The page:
Power Cell NiMH Pack & Fast Charger Included
Traxxas supplies a 4-amp charger right in the box, so you won’t have to wait hours to charge the included 7-cell 3000mAh battery. The charger will juice up the pack in about 45 minutes, and shuts off automatically when the pack is fully charged. One catch: It’s a DC charger, so you’ll need to run it off the 12V power port in a full-size car. Or you can get the optional AC power supply (#2976, $25) for convenient plug-into-the-wall charging.
Behind the Wheel
Before I even talk about the performance of the Traxxas Ford Raptor version of the Slash, let’s talk about how great this truck looks. Traxxas did a great job of making the body look like the real deal. The Lexan portion of the body has crisp lines and well-detailed stickers, which bring it to life. The injection-molded parts, like the mirrors, grille, and bumper, are really nice touches. The truck looks pretty good on the shelf, but these things were meant to be driven, and I gave the Raptor a solid thrashing, starting with a street session. The Slash is known for leaning hard in the turns, but the Raptor version leans a little more because the Ford body sits higher and is heavier (10 oz. versus 6 oz. for a short-course-style body). The BFG tires offer a ton of grip, especially with all the weight transfer thanks to the body roll, but the firm rubber allows some slip to help prevent the truck from rolling over. Added bonus: The tires squeal as they break loose. If you drive a full-size Raptor as if you’re getting away from a bank robbery, it’ll roll and squeal the same way. Even better, just look up a Super Stadium Truck pavement race on YouTube—that’s the kind of action you can expect. I installed the 23T “speed pinion” and clicked off 31mph consistently, but went back to the 16T pinion for the rest of testing. The Raptor—and all the Slash 2WD models—are too much fun to limit to drag runs up and down the street, and the stock gearing is still good for 25mph. On dirt, cornering forces result in more slip and less body roll, but the Raptor is still easy to control. The TQ’s throttle trigger has a relatively firm spring, which helps apply throttle precisely to control slides. The steering servo gets credit too, as its 125 oz.-in. of torque makes sure the tires go where you aim them. The suspension feels well damped, allowing the truck to float over rough surfaces and keeping the chassis from bottoming out when coming off jumps. In technical terrain with rocks and roots, the lifted chassis helps prevent the Raptor from high-centering on obstacles. The skidplates will take a beating, but that’s what they’re there for. Jumping the Raptor took a little finesse because it likes to fly nose-down; I suspect the body and large bumper hold more weight up front than a short-course-style Slash body. A little blip of the throttle was all I needed to level the truck.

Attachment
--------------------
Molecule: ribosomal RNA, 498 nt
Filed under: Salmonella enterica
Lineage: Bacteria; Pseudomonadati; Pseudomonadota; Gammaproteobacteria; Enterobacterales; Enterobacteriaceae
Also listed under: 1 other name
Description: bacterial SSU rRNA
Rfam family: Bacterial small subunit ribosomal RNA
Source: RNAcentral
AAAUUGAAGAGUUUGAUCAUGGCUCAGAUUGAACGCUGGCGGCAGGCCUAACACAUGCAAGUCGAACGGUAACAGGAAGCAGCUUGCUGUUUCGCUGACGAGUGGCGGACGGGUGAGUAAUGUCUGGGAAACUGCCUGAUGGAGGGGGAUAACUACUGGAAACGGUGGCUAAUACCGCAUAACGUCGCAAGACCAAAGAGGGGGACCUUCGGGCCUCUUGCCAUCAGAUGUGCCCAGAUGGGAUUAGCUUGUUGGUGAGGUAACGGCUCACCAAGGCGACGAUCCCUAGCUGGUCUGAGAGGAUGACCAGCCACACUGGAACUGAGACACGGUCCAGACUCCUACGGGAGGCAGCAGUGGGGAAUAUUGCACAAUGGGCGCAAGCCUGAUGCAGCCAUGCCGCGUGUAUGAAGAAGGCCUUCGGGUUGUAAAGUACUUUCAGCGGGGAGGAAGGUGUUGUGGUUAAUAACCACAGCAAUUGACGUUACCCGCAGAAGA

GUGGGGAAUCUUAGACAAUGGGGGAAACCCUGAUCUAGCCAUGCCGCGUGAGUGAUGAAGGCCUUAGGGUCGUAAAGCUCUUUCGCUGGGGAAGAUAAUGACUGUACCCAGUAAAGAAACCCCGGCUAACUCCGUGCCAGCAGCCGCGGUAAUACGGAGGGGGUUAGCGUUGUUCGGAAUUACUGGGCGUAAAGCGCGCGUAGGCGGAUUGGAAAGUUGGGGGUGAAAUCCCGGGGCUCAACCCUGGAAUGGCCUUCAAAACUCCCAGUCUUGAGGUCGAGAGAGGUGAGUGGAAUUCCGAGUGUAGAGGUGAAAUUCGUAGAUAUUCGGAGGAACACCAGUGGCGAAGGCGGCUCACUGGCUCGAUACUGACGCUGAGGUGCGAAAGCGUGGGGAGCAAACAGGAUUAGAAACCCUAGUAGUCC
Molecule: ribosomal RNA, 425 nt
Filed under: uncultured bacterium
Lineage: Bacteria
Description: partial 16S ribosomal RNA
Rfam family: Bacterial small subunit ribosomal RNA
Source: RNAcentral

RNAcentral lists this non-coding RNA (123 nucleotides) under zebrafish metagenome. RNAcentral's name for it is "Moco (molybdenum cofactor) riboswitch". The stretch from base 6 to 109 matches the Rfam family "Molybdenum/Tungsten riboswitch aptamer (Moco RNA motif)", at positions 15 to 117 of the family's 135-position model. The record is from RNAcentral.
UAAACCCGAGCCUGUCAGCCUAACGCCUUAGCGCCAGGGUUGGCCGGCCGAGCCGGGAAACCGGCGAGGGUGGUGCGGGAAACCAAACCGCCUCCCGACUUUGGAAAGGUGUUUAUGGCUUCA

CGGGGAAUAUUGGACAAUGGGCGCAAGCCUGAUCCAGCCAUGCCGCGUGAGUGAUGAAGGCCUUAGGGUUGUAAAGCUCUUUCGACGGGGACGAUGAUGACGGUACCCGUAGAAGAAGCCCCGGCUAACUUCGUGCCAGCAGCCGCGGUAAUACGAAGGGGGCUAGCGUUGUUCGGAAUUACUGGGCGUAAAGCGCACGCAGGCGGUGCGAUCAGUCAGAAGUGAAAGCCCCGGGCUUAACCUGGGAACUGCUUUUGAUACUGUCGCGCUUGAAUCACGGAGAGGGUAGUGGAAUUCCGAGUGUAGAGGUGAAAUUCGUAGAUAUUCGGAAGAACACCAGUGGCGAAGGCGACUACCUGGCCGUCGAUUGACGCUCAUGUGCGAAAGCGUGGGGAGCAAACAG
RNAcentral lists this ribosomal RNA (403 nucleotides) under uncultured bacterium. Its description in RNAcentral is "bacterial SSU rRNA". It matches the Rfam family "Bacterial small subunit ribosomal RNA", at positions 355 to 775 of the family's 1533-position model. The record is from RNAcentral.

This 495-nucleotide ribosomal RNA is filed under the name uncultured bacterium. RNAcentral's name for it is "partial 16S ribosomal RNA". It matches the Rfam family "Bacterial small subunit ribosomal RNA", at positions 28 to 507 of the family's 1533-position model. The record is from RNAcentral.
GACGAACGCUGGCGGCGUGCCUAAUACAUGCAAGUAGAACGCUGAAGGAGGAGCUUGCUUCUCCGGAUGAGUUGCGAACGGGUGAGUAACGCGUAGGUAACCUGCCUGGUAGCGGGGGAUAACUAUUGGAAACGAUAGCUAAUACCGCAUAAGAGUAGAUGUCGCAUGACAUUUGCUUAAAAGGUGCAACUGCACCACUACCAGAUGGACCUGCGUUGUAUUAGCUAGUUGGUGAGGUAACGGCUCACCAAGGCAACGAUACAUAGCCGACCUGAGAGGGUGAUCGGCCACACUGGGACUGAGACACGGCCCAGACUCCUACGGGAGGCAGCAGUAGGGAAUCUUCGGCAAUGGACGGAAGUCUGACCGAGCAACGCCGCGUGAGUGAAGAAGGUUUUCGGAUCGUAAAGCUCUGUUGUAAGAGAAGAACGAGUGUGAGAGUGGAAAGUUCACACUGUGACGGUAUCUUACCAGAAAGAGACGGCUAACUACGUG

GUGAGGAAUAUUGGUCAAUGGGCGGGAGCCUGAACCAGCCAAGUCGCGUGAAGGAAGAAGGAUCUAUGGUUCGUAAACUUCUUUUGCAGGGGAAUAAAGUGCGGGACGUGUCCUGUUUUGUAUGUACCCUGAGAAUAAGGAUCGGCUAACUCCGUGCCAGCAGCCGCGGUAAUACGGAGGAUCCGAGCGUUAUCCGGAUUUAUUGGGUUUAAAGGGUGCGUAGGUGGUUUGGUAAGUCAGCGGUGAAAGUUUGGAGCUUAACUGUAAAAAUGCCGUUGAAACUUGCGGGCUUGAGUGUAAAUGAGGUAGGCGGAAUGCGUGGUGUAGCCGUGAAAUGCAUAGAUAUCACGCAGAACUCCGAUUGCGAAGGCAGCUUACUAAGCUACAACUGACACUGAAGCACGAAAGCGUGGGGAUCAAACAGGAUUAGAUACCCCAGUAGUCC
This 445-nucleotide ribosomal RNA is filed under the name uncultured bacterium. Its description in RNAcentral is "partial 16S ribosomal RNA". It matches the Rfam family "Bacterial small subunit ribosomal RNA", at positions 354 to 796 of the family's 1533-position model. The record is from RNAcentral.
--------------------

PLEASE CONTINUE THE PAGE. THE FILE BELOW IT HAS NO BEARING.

The Slash is a best-seller for Traxxas, and the latest Raptor look is a high point for the line. Its realism extends to its driving dynamics, which makes me wish for a version with OBA (on-board audio) to complete the illusion of a shrink-ray’d Raptor tearing up my yard. Stock performance is enough to keep drivers of all skill levels entertained, but if you want more juice, the rig is ready to go brushless with no mods required. But if you do want upgrades, Traxxas offers plenty—as do countless aftermarket brands. All the Traxxas Slash models are versatile, tough, and fun, but when an RC rig looks as good as the Raptor does, I have no problem putting down this Ford as my favorite.